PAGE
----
A Blah Energy Picture and Its Silver Lining

Energy stocks (10% of our typical equity portfolio) have been a tough place to be — in an otherwise favorable market — so far this year. The setup, from a purely cyclical standpoint, makes a lot of sense to me. The “tough place to be” aspect clearly speaks to the fundamental supply setup. However, the setup from a fundamental demand standpoint is bullish and speaks to the optimism screaming from much of the recent economic data.

Courtesy of Bespoke Investment Group, the following charts tell the story:     click to enlarge…

The first shows weekly crude oil production (dark line) surging higher (putting downward pressure on the per-barrel price). The second shows 2017 gasoline demand (highlighted and circled) surging higher as well (supporting the price).

So, again, the fact that U.S. consumers (being 2/3rds of GDP) are hitting the roadways speaks volumes about the present strength of the economy. The ramping up of production speaks to the beauty of the marketplace: I.e., 1. Demand increases. 2. Price Increases in response to demand. 3. Production increases in response to price. 4. Price levels off in response to production. This would be the market searching for equilibrium.

And it’s got to be driving OPEC (as it efforts to get the price higher) batty.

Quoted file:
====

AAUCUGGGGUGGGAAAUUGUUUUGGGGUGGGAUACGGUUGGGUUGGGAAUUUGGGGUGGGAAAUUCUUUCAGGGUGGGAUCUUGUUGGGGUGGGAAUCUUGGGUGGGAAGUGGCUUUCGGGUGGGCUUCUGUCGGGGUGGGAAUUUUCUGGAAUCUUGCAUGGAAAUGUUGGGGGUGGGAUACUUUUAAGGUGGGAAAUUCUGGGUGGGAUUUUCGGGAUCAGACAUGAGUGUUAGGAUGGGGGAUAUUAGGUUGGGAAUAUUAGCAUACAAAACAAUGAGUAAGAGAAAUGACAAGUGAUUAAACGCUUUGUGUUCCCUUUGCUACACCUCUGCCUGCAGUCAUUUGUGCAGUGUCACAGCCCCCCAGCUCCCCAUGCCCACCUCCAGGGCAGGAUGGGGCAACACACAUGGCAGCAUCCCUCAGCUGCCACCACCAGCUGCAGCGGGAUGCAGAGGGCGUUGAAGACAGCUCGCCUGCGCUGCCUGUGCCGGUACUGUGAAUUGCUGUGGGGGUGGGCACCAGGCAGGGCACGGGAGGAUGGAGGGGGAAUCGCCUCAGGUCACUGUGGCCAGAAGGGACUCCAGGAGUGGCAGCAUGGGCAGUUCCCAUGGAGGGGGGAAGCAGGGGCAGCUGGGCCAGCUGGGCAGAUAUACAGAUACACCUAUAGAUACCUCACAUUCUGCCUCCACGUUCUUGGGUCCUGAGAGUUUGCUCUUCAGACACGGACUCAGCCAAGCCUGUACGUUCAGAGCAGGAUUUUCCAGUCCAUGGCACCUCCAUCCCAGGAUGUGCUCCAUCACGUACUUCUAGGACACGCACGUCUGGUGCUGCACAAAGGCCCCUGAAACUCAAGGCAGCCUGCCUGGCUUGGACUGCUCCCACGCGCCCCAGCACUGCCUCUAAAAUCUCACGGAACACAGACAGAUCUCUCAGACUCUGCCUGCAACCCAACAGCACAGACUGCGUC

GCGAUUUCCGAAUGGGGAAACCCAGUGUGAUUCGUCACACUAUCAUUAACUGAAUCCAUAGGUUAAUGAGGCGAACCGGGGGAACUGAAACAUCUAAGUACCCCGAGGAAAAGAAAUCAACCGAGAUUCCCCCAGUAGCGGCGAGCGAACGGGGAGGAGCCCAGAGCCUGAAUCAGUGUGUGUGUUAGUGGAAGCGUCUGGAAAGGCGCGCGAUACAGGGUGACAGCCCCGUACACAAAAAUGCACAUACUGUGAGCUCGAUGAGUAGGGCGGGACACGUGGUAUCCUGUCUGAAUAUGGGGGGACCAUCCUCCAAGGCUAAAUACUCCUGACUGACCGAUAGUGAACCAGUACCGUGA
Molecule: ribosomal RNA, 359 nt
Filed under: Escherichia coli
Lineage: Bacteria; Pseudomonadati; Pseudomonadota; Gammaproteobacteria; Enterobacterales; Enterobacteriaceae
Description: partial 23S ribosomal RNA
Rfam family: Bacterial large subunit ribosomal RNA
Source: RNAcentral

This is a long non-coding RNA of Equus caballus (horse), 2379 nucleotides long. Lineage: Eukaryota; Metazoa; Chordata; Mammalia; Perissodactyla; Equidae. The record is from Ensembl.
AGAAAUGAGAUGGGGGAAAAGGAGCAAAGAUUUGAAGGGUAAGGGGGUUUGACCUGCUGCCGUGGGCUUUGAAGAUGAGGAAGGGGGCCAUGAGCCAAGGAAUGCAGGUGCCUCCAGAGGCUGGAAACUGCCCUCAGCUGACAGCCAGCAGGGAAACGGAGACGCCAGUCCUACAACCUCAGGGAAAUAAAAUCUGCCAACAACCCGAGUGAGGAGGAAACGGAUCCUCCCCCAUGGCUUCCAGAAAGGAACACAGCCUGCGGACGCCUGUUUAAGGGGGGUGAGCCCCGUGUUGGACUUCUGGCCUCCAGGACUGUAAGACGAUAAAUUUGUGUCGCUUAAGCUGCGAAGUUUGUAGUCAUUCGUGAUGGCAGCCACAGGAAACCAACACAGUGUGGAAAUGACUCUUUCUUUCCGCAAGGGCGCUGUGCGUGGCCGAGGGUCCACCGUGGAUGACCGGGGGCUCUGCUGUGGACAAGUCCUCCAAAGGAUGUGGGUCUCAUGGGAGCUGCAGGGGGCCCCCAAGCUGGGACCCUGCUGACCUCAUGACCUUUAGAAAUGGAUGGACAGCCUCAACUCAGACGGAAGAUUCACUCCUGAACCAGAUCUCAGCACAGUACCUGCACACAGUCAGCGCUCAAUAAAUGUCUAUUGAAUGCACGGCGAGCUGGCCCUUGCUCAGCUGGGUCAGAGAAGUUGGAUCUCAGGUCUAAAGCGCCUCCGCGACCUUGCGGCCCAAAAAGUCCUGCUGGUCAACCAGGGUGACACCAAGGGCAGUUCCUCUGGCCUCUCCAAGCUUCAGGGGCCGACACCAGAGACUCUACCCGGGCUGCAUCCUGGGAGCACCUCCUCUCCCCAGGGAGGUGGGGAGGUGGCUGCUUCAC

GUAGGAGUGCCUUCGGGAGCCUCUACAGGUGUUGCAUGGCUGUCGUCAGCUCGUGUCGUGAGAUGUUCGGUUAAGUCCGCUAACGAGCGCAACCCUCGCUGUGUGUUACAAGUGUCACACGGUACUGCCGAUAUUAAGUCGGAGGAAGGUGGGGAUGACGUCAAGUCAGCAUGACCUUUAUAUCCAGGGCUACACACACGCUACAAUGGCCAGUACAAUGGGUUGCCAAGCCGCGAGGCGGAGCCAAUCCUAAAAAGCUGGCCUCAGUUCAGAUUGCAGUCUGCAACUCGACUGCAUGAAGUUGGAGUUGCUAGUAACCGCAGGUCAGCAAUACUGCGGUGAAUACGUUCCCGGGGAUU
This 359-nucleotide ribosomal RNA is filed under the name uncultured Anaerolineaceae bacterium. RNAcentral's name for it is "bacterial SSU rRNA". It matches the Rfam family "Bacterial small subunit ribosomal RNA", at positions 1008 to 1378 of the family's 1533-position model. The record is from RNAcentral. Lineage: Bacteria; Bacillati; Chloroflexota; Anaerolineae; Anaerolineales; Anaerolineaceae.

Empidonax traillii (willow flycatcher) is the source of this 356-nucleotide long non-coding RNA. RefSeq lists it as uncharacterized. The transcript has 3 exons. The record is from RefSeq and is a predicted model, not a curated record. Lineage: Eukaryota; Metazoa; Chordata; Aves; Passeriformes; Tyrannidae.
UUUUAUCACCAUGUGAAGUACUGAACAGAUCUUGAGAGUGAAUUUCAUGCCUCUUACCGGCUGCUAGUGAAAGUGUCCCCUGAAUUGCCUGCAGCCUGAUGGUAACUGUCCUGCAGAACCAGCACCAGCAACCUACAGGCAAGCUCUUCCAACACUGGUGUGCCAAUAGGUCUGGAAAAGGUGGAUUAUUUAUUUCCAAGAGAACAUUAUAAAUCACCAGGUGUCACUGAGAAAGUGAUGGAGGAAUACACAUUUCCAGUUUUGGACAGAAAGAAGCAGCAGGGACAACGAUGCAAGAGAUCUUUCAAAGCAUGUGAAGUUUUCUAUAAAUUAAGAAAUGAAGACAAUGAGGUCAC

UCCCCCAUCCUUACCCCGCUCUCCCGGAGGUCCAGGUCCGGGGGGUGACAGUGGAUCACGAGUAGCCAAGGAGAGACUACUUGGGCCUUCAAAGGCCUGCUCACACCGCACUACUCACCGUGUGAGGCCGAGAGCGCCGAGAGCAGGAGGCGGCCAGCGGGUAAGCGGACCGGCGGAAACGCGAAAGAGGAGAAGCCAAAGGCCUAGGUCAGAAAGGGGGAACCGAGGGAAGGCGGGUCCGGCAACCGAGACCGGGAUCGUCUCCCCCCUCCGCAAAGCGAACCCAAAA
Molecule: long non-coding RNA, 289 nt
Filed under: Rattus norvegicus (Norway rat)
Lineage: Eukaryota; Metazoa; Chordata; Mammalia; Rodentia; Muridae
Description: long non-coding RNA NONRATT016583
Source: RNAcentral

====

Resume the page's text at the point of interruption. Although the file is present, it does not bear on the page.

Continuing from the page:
Bloomberg: As OPEC Cuts Output, U.S. Rigs Rise to Highest Since 2015: Production cuts by OPEC and its allies have had the unintended effect of spurring a revival of drilling in the U.S. Rigs targeting crude and natural gas rose by 15 to 824 this week, the highest since September……….

Back to the “tough place” aspect of energy as an investment destination: While the supply/demand setup, per the above, has me fundamentally scoring the sector neutral (say, a 5 on a 1-10 scale), the chart below has me technically scoring the long-term setup a 5 and the short-term a 6/7:

The silver lining to what makes for a basically blah setup for the sector is the overall stimulus effect low to moderate energy prices have on the rest of the economy. I.e., lower gas prices allow for more trips to the mall, to Amazon.com, to car lots, to model home sites, and on and on…

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